As protesters gather outside, sold-out crowd greets Linda Sarsour with cheers, laughter
Palestinian-American activist says Brian Bowman is 1st elected official to try to silence her
Inside a packed room at the Ukrainian Labour Temple in Winnipeg's North End Friday night, Palestinian-American activist Linda Sarsour began by addressing the controversy surrounding her appearance there.
"It is I — I am the drama that you heard about before you got here. This is it," she said, arms outstretched, to laughter and cheers from the crowd.
Outside and across the street, a few dozen protesters, many holding Israeli flags, denounced Sarsour and the Social Planning Council of Winnipeg, which organized the panel that included Sarsour. For weeks, the Jewish Federation of Winnipeg and B'Nai Brith have called on the council to disinvite Sarsour over her past comments, which they say promote anti-Semitic tropes and question the foundation of the state of Israel.
Earlier this week, Winnipeg Mayor Brian Bowman joined them in calling for Sarsour's removal.
"Finally an elected official has done the right thing. An elected official hasn't been afraid to stand up and say what needs to be said," said Ron East, one of the protesters.
"It's crazy. and it's all because they're bringing into the city a person who should not be allowed to have a platform here, unless somebody else has a balanced platform to counter the assertions that she's about to make inside that building."
Inside the building, Sarsour asked the crowd at the sold-out event to give her a chance to speak for herself.
"[I hope] that you give me a chance and allow me to define myself and not base who I am on the words of others who do not know me, have never had a conversation with me," she said.
At a news conference earlier in the day, Sarsour said Winnipeg Mayor Brian Bowman's call for her to be removed from the panel was unprecedented.
"Never have I received a mayor of a town, an actual sitting elected official, that has actually wanted to deny … me my right to speak," she said.
The event, titled Sorry Not Sorry: Unapologetically Working for Social Justice, was forced to relocate from its original venue at the Seven Oaks Performing Arts Centre at Garden City Collegiate after complaints about Sarsour.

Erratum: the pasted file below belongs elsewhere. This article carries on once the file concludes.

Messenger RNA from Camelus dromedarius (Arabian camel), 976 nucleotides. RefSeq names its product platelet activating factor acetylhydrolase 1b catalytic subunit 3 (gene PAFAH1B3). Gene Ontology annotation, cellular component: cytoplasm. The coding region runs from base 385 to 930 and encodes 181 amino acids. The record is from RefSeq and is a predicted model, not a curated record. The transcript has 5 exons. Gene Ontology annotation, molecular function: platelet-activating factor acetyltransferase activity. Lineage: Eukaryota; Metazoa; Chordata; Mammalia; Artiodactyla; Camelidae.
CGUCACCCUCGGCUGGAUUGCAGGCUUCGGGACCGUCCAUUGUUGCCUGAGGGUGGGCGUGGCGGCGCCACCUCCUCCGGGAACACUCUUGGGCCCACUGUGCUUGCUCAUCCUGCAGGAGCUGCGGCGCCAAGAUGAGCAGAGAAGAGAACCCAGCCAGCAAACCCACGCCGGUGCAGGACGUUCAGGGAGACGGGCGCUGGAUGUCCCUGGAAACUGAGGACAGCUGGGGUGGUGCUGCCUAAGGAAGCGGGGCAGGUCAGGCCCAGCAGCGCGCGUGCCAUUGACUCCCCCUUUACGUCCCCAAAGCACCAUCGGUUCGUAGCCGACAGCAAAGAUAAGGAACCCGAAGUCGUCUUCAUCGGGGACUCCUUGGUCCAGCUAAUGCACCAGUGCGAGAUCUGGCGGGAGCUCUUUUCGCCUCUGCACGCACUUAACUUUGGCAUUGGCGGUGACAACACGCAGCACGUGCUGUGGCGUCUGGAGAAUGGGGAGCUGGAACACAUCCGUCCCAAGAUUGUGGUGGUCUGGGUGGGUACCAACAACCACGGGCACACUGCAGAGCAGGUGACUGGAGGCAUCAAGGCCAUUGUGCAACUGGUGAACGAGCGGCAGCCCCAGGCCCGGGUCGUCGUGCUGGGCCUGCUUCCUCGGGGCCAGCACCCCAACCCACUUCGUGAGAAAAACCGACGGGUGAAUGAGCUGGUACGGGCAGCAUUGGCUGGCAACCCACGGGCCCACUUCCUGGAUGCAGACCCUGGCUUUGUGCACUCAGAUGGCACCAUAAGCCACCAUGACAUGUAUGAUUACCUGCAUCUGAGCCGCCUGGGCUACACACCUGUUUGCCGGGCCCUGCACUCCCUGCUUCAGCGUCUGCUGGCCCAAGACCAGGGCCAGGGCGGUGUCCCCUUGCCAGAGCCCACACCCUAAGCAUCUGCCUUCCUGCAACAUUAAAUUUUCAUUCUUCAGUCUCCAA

Friday's panel also included Quebec-based writer and activist Nora Loreto and Chantell Barker, head of restorative justice with the Southern Chiefs' Organization, with University of Winnipeg politics professor Shannon Sampert moderating.
'A balanced approach'
East questioned why the panel didn't include someone with a pro-Israel point of view.
"This was never about de-platforming her or not giving her an opportunity to speak. It's about a balanced approach to these things," he said.
The Social Planning Council held the press conference earlier on Friday with Sarsour, along with representatives from local Jewish and Palestinian organizations, to voice their support for her.
Sarsour is one of the organizers of the Women's March in the United States. Despite the opposition she has faced, Sarsour said at the press conference she was excited to take part in Friday night's event, which she said would focus on organizing social movements across communities and celebrate the 100th anniversary of the Social Planning Council.
"I'm not happy about the controversy, but I'm also not immune to it, and I've seen much worse before," she said. "I've been targeted by the son of the president of the United States of America, so I think I can take a little mayor from Winnipeg."
'Not the sign of good leadership'
Harold Shuster, with Independent Jewish Voices, an international organization of Jews who are critical of the Israeli government, denied allegations that Sarsour is anti-Semitic. Shuster called Sarsour an "anti-racist" who is advocating for the rights of Palestinians who have legitimate grievances against Israel.
"In a city plagued by racism, for the mayor, who has campaigned on and succeeded in building bridges, to lend credibility to such an attempt at silencing a marginalized anti-racist voice like Sarsour's is beyond shameful," he said.
Sarsour gave a hug to her fellow panelist Nora Loreto, who told reporters she is no stranger to controversy herself.
"We see the right [wing] organizing in this country, and working very hard to intimidate people. It works, is the problem. It works for far too many people," Loreto said.
Sarsour said she was shocked by Bowman's call for her to be removed from the panel, considering they have never spoken. She suggested he should engage local Palestinian groups to hear their point of view.
"For him to make an uninformed decision just based on one group`s pressure, or based on one individual, a few individuals, is not the sign of good leadership, in my opinion," she said.
- A previous version of this story quoted Sarsour as saying she had been targeted by the president. In fact, she said she had been targeted by the son of the president.Apr 27, 2019 8:59 PM CT
With files from Ahmar Khan